Power is nothing with out control, and you have no control with out power. This could not be more true than when you are booting down a hill at over 60Kmh with a 18% gradient. Add to the equation gravel crumbling off your wheels well they beg for traction, a tight turn, and that nice bit of mud to get the party started.
Power! Ya OK, most of us want it and desire to have more of it and maybe some of us really need it like when you are using both hands on both brakes till you are white knuckled and not stopping. Simply needed ! However if you are obsessed with taking over your neighbourhood block or just feathering a brake lever and find yourself moving rapidly further than your current bike position with a sudden need for new dental work you may need to get that under control.
Am I going all gangster here? Well it is the Bad Boy blog and we got some big things to stop you.
The Magura MT5 is a 4 piston calliper design disc brake. It uses two brakes pads and is the brother to the MT7 from Magura. Unlike the MT7 it is not ugly yellow which would not match the Bad Boy (he digs black) and it is slightly down on absolute power. It also lacks the top loading brake pad changing but if you are honest how hard is it to undo the front wheel and change the pads? Anyways most likely with a brake pad change you may want to consider a bleed so no biggie and not like pads change every day.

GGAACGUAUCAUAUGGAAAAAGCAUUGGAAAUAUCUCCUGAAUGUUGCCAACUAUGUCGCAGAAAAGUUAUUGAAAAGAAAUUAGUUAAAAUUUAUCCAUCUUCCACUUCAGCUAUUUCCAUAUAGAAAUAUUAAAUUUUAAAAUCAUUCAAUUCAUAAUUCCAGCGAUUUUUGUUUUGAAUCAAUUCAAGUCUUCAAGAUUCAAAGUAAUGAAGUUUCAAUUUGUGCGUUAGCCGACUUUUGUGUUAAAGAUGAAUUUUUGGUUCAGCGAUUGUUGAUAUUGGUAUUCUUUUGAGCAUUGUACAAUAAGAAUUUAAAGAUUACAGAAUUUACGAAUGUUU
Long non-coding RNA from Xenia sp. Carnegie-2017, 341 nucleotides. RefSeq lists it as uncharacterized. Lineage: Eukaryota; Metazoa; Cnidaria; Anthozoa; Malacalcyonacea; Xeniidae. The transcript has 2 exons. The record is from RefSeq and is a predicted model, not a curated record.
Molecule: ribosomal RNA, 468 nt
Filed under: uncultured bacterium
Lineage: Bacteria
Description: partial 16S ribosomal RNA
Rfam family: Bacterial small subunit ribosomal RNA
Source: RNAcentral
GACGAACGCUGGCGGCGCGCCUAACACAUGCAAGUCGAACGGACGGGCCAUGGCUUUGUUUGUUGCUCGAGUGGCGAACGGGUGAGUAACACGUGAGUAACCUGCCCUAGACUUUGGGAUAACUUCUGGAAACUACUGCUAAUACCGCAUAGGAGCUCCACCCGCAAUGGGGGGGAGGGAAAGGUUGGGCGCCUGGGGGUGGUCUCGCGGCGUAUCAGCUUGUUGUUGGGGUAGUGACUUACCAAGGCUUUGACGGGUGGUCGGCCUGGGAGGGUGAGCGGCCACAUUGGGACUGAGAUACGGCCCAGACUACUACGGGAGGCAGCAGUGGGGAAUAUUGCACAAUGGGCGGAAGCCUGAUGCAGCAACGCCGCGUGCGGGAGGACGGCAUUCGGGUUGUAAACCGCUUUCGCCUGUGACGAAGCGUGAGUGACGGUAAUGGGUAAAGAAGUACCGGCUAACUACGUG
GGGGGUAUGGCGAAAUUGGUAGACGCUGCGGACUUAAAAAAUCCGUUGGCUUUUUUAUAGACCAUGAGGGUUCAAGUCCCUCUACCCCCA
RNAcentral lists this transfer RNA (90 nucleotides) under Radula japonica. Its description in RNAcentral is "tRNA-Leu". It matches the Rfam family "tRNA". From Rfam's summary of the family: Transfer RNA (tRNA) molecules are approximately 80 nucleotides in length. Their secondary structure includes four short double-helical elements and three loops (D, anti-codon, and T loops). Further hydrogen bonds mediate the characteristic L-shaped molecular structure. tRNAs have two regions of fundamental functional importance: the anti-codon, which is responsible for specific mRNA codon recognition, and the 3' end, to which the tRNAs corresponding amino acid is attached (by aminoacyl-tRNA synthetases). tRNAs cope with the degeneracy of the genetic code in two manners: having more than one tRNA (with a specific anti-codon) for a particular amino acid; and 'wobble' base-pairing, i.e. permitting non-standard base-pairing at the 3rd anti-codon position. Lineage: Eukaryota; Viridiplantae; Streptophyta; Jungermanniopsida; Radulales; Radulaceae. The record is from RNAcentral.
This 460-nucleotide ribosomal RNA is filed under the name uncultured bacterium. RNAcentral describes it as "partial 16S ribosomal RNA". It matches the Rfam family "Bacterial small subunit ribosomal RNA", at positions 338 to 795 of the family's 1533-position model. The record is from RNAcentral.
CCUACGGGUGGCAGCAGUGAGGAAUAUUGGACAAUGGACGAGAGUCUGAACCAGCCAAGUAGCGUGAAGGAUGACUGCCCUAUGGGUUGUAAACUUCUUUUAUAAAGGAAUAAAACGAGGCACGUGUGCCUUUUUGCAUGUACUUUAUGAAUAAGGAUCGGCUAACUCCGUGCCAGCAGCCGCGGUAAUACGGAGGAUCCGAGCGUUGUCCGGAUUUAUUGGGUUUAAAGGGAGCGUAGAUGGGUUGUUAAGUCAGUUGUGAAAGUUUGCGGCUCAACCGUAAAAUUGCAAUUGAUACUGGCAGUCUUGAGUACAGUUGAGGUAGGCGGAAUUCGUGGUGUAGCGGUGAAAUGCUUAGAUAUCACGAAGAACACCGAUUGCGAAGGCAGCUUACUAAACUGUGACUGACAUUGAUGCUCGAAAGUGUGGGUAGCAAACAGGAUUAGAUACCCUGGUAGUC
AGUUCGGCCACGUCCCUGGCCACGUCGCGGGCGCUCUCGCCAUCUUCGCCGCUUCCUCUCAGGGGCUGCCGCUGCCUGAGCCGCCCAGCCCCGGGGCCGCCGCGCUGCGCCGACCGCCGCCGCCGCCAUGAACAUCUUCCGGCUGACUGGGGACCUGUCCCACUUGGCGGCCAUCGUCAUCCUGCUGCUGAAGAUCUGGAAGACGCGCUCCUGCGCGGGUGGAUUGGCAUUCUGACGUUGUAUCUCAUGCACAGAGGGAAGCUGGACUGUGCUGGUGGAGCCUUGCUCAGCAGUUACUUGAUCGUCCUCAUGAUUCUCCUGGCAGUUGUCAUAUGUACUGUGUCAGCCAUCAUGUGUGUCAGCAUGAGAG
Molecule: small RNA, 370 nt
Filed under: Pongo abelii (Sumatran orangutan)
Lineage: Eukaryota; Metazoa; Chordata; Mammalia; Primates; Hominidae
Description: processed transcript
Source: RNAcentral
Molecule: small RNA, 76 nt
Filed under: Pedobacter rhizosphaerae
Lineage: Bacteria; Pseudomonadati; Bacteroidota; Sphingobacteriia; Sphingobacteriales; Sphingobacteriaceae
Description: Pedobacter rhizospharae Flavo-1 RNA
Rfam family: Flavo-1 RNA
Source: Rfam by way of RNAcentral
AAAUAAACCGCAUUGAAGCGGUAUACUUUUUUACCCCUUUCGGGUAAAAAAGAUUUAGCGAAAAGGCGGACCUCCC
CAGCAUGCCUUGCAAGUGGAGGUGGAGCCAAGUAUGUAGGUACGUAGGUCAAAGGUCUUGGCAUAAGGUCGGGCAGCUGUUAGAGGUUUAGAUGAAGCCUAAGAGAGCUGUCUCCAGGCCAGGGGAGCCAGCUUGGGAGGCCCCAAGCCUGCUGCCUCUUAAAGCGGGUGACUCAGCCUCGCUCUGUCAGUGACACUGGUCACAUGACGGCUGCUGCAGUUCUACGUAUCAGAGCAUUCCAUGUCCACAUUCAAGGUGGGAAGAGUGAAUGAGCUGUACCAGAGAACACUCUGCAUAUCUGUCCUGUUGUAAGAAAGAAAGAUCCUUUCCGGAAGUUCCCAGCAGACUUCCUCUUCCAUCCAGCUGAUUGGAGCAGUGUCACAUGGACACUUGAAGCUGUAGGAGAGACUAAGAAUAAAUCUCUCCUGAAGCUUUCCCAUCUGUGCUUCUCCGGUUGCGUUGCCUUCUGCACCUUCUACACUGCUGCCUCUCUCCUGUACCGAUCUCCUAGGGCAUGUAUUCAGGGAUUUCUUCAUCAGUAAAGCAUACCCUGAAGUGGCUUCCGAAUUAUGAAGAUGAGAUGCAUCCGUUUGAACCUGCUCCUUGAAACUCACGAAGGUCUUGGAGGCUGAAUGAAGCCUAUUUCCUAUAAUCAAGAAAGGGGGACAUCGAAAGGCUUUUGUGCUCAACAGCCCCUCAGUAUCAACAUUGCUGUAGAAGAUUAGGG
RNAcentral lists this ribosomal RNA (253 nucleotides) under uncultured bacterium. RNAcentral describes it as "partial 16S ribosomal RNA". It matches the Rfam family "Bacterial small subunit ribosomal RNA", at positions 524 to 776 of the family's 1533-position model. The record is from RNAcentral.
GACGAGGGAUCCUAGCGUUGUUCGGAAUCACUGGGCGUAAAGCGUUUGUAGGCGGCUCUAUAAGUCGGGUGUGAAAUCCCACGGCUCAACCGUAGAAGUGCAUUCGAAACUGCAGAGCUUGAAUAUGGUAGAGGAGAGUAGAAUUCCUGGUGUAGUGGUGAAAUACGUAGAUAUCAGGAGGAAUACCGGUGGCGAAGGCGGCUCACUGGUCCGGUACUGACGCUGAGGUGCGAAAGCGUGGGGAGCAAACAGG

Up front Bad Boy is using a 180mm Rotor with a standard 6 bolt configuration mounted to his Chris King ISO hubs. Over his previous Magura MT2 brakes, also from the previous generation of Magura MT line he is 20mm larger in the front with the rotor. The MT2 was also a dual piston design but it was not lacking in enough power for most situations. In all honesty he likely would have stuck with them had they not developed a strange problem with loosing pressure. Perhaps it was some air trapped in the line or a small leak somewhere but we will have to wait and see what Magura says as they out for inspection.
The back side is still running a 160mm rotor as this was the smallest he could go with the mounting. I think a 150mm would have also been more than enough but the control is great and I will speak more of this in a moment.